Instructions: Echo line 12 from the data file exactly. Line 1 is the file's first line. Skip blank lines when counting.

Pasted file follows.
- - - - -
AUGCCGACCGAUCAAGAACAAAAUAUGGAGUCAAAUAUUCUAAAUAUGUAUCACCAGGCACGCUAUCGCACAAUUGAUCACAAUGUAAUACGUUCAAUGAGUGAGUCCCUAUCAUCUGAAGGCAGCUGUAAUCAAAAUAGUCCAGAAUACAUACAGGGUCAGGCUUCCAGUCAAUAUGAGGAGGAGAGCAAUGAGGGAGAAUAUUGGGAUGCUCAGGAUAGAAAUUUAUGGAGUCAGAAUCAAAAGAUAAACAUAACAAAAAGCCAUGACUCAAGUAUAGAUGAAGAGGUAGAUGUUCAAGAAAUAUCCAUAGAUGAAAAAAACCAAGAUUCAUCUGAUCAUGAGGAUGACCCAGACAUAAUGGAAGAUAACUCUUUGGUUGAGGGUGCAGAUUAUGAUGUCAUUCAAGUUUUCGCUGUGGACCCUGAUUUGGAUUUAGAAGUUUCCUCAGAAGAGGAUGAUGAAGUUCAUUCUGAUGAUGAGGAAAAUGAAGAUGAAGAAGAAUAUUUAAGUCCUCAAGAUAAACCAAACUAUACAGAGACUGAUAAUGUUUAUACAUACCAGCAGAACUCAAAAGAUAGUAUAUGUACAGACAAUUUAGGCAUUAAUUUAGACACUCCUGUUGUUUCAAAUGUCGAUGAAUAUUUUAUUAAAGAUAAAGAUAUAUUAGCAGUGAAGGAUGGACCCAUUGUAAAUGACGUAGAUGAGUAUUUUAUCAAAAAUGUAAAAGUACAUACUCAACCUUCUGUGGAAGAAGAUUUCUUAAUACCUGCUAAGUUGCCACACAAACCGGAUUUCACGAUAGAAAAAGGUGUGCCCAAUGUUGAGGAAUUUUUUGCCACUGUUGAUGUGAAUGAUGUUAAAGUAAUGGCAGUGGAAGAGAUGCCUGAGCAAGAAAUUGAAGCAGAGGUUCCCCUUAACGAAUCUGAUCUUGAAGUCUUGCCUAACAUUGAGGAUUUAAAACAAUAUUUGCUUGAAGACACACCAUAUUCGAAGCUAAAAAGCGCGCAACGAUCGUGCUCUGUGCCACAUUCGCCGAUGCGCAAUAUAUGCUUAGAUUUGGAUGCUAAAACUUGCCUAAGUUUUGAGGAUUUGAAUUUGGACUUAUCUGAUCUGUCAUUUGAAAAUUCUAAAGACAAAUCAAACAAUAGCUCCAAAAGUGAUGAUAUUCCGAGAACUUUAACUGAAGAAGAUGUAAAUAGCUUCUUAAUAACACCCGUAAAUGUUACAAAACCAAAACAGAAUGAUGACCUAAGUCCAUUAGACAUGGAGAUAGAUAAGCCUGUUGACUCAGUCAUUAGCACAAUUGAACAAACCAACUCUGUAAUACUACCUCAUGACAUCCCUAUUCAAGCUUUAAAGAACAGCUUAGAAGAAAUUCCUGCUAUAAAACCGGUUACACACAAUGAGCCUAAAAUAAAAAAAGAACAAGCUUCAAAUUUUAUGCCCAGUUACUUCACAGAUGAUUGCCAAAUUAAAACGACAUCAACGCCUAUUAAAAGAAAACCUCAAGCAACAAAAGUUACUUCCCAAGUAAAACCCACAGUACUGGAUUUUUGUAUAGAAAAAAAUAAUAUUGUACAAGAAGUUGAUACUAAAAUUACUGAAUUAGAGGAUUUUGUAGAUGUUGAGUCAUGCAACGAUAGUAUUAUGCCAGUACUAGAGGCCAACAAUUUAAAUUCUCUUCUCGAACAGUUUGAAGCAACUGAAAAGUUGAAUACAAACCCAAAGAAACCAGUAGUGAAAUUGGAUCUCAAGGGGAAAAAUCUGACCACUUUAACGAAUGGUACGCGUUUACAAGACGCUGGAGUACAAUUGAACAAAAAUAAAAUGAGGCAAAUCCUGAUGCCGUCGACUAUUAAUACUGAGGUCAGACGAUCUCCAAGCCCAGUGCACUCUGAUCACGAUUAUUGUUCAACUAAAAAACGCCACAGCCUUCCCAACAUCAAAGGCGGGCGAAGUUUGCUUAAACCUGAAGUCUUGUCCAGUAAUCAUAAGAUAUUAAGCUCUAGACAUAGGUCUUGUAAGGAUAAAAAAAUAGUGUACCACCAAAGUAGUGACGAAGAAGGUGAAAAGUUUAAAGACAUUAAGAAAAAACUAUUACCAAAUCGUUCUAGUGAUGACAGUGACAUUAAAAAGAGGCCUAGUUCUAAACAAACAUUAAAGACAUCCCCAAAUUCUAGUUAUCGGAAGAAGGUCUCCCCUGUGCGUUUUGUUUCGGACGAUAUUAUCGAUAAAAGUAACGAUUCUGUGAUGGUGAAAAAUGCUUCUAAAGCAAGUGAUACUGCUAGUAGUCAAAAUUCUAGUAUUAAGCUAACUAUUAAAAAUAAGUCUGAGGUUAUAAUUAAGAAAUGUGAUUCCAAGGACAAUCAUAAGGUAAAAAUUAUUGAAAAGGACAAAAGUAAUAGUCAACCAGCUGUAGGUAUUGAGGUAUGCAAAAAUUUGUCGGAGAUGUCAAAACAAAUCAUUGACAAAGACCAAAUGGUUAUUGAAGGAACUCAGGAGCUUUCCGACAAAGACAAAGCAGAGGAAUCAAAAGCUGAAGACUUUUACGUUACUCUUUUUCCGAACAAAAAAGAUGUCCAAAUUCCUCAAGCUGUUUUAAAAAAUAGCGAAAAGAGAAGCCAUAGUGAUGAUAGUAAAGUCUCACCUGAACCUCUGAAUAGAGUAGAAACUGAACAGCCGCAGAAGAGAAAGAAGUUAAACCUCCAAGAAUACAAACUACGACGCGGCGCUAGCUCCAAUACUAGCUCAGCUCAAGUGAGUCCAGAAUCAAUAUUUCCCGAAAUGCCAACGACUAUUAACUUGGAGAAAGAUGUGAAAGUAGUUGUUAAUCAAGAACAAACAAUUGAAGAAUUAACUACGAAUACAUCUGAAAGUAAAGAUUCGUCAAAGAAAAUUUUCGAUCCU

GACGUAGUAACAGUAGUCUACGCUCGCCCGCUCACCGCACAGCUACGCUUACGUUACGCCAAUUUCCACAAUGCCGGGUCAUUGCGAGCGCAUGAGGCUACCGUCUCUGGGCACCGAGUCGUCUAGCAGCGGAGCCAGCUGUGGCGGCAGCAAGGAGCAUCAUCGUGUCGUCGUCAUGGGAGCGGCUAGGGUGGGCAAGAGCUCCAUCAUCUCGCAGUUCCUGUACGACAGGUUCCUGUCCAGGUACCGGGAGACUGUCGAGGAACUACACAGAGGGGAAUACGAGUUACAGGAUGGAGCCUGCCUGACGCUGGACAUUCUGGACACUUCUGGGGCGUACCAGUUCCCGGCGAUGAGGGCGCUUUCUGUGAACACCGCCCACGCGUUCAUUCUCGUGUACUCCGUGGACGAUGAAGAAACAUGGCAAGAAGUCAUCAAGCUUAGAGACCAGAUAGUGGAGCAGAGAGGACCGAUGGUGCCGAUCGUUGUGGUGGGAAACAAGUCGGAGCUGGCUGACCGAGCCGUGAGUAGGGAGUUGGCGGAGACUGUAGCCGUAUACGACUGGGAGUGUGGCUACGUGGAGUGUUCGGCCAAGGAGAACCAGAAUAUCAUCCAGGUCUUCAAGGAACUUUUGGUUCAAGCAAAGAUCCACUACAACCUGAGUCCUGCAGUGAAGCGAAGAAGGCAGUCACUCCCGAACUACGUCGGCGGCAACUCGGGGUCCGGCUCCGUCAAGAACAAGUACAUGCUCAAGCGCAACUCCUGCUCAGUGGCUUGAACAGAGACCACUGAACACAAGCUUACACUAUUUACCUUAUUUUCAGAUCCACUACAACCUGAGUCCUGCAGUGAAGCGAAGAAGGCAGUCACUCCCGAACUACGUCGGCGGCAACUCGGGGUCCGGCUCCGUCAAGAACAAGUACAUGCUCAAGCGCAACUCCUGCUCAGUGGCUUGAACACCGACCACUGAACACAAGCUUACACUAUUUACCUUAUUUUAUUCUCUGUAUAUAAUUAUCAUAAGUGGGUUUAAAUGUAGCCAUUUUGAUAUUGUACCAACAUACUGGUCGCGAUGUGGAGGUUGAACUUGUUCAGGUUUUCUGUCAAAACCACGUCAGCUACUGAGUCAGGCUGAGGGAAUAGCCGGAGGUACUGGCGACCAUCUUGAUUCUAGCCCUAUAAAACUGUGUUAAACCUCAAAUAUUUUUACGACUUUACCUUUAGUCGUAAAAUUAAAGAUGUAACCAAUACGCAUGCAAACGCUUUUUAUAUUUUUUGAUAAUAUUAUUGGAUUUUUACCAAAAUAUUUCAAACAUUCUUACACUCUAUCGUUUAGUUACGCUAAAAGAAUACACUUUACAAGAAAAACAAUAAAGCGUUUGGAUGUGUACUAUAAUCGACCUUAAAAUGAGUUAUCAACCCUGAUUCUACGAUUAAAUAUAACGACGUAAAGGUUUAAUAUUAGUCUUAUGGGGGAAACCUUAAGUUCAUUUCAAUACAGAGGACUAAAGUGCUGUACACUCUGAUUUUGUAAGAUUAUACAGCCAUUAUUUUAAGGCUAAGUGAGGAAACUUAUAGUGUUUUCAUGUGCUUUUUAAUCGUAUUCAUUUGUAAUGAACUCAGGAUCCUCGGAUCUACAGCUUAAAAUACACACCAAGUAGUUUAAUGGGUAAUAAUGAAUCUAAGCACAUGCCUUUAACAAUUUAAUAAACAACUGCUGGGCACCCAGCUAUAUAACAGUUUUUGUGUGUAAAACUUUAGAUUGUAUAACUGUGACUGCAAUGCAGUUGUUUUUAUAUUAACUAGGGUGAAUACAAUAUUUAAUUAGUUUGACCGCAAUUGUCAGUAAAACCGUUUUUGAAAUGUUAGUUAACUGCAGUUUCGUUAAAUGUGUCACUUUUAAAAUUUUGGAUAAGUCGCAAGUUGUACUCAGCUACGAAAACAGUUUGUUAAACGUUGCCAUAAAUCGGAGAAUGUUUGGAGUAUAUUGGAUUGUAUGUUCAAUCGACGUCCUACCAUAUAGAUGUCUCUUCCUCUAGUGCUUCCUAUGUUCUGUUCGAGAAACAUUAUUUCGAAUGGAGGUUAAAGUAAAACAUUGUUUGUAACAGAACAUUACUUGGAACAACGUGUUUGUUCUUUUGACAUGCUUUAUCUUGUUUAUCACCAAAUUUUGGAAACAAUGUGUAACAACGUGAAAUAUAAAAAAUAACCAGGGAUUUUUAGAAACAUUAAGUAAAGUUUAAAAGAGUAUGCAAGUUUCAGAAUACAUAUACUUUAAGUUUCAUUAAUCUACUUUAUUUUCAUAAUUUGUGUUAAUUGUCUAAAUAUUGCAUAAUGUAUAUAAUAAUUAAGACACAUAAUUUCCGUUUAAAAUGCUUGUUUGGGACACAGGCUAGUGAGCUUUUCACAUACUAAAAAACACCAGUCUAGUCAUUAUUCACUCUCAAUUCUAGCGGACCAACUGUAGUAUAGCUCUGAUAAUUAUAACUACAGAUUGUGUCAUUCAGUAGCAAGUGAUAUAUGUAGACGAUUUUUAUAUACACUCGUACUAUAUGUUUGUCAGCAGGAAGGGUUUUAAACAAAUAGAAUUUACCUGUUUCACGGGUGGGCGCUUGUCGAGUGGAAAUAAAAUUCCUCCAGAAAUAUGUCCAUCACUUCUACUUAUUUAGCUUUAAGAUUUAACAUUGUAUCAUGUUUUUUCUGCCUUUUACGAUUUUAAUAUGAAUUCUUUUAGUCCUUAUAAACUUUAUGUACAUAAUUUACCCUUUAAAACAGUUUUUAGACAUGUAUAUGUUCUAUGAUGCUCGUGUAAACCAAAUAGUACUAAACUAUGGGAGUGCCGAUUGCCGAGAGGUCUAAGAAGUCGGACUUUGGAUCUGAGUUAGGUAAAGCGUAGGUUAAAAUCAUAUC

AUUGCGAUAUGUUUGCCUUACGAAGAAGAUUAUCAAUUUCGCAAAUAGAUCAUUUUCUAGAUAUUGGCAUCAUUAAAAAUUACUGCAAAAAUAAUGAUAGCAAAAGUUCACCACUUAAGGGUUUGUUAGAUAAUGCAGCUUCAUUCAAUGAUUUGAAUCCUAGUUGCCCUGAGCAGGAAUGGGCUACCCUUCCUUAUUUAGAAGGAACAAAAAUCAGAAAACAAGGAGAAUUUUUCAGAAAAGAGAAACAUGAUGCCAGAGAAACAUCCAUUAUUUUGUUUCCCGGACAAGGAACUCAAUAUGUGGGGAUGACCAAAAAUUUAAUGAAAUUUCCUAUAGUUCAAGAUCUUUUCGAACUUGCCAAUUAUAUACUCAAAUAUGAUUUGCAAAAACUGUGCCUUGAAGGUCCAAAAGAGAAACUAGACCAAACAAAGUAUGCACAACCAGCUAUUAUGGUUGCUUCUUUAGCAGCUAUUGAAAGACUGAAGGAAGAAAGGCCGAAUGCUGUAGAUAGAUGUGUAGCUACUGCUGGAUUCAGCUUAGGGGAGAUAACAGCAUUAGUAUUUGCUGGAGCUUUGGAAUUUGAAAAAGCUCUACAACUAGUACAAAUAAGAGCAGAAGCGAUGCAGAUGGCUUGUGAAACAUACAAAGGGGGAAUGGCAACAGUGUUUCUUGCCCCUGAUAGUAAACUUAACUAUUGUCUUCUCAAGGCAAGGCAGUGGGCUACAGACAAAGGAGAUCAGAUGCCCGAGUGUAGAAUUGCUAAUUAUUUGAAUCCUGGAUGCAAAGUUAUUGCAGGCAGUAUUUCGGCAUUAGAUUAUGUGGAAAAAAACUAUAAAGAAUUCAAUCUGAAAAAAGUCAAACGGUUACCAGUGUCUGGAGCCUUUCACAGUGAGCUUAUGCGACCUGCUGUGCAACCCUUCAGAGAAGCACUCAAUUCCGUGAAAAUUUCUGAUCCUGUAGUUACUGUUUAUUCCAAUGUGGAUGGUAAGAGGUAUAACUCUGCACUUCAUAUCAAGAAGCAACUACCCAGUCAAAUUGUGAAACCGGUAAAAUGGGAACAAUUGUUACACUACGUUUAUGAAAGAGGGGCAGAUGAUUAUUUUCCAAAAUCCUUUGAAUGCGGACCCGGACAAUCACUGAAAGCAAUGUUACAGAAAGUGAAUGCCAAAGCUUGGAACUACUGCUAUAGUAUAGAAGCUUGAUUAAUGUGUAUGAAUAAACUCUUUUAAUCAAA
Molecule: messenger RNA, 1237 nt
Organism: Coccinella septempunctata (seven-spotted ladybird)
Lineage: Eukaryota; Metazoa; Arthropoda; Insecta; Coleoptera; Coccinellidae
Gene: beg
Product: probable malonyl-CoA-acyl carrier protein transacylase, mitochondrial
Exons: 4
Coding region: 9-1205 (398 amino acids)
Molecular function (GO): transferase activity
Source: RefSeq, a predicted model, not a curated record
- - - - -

Source: RefSeq, a predicted model, not a curated record